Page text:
September 28, 2020

Hello, everyone, and happy Monday.

I may be back in your inboxes this week with specific, time-sensitive updates on some of the ongoing issues impacting our community, from our COVID testing protocols to our current case numbers and the quarantine status of some of our residence halls.  But today I want to speak to something that I know many of us are feeling, in different ways and for different reasons: exhaustion.

We don’t need to look hard for potential sources of physical, mental, and spiritual exhaustion right now.  There’s the ongoing pandemic and the constraints it is imposing on our lives; visceral anxiety about our own health and that of those we love; concerns about our polarized political climate and the upcoming election season; anguish and rage over events unfolding that shine a light on violent racism in our country; alarm over the wildfires raging in our own state and others.  In fact, it would be surprising if most of us didn’t feel worn out.

What we are experiencing right now is more than fatigue, though; it is also grief. We are grieving a way of life we have lost for the foreseeable future.  We are grieving our natural world.  We are grieving men and women still being hurt and killed for no reason besides the color of their skin and in direct violation of all the promises on which our country was founded.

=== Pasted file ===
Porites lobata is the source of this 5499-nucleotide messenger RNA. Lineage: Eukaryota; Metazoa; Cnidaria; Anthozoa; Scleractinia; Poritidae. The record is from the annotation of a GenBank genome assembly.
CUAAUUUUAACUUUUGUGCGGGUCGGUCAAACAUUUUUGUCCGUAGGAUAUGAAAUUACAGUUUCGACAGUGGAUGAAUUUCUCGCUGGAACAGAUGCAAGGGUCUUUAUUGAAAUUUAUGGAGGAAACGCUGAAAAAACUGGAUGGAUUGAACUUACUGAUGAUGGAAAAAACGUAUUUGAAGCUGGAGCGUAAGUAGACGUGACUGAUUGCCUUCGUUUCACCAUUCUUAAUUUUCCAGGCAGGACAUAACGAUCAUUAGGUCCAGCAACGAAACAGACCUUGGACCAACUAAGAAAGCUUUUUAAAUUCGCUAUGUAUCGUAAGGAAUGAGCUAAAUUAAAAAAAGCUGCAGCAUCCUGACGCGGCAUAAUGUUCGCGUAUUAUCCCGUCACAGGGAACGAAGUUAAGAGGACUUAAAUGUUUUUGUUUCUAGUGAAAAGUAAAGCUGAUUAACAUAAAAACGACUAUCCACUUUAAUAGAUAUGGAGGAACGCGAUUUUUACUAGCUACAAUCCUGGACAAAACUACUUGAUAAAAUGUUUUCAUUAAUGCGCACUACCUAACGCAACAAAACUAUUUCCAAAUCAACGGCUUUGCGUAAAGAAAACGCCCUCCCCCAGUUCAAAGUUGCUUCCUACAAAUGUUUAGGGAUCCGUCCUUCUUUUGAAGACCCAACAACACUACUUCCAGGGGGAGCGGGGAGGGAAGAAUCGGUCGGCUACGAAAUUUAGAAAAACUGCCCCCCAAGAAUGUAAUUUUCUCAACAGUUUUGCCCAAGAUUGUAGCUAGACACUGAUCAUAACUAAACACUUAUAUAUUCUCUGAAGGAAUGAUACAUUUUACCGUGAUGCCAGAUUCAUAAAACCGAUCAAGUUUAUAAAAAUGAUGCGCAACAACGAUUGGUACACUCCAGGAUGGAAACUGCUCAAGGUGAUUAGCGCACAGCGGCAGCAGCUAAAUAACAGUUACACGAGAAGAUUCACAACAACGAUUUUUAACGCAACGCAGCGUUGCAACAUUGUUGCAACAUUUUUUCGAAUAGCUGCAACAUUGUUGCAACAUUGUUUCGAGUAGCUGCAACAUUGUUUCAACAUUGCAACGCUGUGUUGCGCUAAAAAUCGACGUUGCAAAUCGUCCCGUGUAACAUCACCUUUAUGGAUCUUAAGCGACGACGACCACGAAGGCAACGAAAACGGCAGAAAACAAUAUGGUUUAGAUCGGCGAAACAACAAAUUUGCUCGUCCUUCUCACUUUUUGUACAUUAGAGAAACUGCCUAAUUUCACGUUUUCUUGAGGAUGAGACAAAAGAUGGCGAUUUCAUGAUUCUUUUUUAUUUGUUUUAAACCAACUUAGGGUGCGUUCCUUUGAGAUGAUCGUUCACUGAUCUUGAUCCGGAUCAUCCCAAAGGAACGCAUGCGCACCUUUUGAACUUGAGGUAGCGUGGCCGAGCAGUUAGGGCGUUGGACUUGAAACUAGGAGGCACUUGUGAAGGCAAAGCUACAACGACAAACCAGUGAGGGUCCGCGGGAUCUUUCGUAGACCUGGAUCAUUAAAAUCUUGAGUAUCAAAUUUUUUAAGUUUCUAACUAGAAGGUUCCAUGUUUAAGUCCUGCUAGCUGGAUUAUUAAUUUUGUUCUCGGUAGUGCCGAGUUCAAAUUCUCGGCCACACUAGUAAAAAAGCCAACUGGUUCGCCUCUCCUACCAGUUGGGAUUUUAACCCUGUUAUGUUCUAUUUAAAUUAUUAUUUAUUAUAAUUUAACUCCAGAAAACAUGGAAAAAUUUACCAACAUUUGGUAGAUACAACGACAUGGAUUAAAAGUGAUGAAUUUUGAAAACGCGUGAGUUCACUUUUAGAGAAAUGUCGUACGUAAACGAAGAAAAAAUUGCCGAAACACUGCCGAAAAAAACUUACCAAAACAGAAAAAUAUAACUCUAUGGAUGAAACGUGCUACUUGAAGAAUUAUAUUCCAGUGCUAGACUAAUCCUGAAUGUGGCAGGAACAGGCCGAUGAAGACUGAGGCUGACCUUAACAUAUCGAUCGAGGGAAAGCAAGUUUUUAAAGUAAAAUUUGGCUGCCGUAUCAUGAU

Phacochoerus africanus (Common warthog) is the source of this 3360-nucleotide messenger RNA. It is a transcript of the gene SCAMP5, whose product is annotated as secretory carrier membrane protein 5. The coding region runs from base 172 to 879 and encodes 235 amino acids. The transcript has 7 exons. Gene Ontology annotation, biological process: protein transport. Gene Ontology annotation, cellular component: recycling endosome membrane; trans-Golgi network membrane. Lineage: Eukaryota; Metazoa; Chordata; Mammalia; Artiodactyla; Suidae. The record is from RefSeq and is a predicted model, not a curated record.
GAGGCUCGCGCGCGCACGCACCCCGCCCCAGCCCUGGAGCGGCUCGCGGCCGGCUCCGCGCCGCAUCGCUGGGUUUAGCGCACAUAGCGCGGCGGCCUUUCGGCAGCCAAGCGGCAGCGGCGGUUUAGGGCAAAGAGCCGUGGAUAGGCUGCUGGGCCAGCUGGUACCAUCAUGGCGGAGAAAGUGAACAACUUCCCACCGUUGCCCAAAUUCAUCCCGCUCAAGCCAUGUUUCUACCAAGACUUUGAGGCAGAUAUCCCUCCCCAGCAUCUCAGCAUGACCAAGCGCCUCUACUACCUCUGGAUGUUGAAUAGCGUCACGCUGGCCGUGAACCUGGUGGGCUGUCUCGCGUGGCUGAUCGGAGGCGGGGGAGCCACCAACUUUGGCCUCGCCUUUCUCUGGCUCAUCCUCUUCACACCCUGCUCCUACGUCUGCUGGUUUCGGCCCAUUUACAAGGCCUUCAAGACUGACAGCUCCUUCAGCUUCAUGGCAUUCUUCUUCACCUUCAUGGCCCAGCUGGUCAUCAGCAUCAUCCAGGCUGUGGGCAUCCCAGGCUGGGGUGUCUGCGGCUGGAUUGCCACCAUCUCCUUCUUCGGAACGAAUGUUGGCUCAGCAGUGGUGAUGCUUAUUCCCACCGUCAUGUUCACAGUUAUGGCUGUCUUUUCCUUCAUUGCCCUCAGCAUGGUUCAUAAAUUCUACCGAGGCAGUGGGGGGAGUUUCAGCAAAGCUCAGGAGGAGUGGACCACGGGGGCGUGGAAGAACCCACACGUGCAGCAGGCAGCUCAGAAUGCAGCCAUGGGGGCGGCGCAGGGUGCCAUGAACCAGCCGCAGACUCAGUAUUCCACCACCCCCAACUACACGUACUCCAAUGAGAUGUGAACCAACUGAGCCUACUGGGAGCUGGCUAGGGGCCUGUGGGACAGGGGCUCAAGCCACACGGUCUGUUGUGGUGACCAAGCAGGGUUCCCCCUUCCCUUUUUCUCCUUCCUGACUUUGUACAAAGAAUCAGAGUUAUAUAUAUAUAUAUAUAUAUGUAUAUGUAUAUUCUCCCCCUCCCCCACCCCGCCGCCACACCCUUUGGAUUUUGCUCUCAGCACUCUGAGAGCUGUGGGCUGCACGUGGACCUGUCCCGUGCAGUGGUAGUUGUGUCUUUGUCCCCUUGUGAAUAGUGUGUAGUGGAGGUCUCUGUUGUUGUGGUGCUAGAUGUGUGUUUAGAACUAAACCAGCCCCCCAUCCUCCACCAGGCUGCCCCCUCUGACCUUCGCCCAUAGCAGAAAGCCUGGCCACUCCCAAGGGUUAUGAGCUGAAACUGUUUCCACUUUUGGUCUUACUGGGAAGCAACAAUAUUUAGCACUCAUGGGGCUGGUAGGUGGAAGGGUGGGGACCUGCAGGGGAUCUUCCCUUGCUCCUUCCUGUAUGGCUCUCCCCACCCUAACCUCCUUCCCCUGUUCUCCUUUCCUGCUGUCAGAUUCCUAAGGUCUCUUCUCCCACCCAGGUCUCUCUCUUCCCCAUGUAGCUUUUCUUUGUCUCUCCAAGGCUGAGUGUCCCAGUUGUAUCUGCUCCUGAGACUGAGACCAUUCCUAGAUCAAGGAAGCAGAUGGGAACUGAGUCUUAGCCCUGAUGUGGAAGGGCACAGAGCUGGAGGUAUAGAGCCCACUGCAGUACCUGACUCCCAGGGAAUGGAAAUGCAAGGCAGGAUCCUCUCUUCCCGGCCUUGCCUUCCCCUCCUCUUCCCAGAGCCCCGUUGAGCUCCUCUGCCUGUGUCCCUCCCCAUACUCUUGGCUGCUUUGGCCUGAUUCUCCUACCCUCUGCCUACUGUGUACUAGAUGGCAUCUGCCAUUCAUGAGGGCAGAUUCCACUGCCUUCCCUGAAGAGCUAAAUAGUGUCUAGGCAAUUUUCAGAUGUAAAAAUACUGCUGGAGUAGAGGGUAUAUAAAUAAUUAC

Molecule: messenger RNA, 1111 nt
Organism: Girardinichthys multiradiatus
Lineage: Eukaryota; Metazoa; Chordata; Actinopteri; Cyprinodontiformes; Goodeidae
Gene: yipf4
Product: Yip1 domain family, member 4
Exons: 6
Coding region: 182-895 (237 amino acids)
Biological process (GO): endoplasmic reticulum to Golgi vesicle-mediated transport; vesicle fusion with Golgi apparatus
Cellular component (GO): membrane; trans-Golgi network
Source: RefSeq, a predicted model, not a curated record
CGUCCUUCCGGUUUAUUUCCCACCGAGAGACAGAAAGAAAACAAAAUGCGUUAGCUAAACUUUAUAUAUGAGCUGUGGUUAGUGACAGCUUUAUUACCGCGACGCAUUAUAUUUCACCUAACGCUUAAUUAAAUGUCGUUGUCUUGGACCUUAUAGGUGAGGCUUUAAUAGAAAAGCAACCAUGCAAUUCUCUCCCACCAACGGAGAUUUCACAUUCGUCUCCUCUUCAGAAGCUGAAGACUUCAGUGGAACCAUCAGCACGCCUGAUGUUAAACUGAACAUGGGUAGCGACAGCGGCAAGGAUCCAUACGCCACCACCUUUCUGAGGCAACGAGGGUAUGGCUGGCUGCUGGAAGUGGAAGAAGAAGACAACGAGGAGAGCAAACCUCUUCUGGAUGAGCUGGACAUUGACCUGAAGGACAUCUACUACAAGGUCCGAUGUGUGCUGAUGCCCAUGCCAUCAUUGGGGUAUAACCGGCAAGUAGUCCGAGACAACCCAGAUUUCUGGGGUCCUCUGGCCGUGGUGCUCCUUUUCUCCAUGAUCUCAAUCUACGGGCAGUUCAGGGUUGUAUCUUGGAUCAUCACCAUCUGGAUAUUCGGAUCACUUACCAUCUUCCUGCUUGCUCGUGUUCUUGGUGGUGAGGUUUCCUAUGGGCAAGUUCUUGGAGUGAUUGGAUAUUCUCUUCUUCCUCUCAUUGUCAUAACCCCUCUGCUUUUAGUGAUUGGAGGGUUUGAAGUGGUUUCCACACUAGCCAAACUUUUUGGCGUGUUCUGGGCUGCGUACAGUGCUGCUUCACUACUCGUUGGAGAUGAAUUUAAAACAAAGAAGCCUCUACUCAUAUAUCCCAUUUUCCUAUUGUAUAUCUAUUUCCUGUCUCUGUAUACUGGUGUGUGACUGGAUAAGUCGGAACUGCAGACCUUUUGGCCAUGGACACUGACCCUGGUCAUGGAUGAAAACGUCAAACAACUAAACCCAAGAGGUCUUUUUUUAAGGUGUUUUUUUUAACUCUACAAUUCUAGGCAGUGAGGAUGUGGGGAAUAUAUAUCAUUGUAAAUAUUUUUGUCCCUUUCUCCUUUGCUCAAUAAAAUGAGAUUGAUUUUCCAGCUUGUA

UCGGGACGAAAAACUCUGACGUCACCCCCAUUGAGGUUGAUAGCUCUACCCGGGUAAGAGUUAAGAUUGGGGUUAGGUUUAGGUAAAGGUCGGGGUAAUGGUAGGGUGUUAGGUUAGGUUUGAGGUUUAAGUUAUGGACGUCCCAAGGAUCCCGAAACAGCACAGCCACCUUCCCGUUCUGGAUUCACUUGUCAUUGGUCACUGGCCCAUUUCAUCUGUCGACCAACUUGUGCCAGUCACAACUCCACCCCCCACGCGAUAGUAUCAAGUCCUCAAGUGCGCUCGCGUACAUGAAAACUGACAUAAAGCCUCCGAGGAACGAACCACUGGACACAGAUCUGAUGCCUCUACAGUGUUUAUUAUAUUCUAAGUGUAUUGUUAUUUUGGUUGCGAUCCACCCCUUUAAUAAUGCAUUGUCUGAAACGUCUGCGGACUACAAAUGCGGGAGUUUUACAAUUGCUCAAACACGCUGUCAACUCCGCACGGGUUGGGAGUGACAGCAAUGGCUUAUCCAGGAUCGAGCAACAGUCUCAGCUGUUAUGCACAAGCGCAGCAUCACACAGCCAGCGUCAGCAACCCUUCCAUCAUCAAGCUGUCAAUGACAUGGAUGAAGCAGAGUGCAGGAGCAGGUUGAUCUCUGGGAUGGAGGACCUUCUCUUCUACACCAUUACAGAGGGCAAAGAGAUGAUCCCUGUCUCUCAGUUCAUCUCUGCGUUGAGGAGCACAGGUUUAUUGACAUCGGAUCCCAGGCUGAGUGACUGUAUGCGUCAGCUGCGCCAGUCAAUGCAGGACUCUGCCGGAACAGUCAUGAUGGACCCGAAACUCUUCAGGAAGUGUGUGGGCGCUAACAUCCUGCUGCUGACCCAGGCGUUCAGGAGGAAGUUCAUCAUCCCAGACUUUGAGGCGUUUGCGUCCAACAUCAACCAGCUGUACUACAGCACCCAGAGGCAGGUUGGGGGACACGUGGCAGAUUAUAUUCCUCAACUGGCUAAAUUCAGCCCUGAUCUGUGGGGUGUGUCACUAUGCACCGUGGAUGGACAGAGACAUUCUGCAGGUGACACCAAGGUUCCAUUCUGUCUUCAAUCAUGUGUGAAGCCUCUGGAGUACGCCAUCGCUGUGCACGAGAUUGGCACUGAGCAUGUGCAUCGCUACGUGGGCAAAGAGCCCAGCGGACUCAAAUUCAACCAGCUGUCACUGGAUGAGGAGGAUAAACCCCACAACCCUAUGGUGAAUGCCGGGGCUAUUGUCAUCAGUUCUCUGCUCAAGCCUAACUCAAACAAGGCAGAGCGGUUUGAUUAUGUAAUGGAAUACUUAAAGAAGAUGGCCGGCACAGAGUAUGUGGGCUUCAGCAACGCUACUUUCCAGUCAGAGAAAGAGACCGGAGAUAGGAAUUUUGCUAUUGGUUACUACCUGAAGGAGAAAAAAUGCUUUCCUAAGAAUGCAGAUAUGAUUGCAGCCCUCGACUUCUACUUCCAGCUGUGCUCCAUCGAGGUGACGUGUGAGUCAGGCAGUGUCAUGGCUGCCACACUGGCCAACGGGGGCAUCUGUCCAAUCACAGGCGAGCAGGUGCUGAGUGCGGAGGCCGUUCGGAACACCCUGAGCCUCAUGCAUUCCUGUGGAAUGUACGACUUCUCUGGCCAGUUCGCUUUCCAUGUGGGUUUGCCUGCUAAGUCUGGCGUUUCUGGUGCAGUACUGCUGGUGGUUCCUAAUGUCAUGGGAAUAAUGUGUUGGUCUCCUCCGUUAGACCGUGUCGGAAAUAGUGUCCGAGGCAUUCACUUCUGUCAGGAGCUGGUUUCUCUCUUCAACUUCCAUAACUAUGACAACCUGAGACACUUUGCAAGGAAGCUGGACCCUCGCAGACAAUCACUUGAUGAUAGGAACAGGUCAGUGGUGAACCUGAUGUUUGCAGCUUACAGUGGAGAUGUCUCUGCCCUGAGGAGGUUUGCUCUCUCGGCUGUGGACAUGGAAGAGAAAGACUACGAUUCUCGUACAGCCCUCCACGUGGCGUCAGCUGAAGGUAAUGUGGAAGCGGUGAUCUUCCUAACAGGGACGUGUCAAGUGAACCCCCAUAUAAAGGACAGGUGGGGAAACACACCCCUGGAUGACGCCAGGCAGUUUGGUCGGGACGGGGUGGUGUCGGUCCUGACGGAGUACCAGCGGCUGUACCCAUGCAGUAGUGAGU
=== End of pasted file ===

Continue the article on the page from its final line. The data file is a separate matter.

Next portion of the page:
Reflecting on this collective sense of grief, I recognize that I don’t have the perfect words to offer to our CSU community.  And sometimes we hesitate to reach out to others who are grieving because we worry we won’t say the right thing—or worse, say the wrong thing.  But as anyone who has ever grieved knows, there are no perfect words.  What can make a difference is presence and constancy, an affirmation that from others that you are not alone, even on what feels like your darkest road.

I offer that affirmation to all of you right now, on behalf of CSU.  We are here for you, committed to your health and wellbeing, your job security, your education, and our shared future.  In our present moment, I urge you to do whatever feels right to ease your own pain and weariness, no apologies.  I believe in each of you, in your strength and your resilience, and I believe in the grace and optimism of the community we’ve built together.  Thank you all.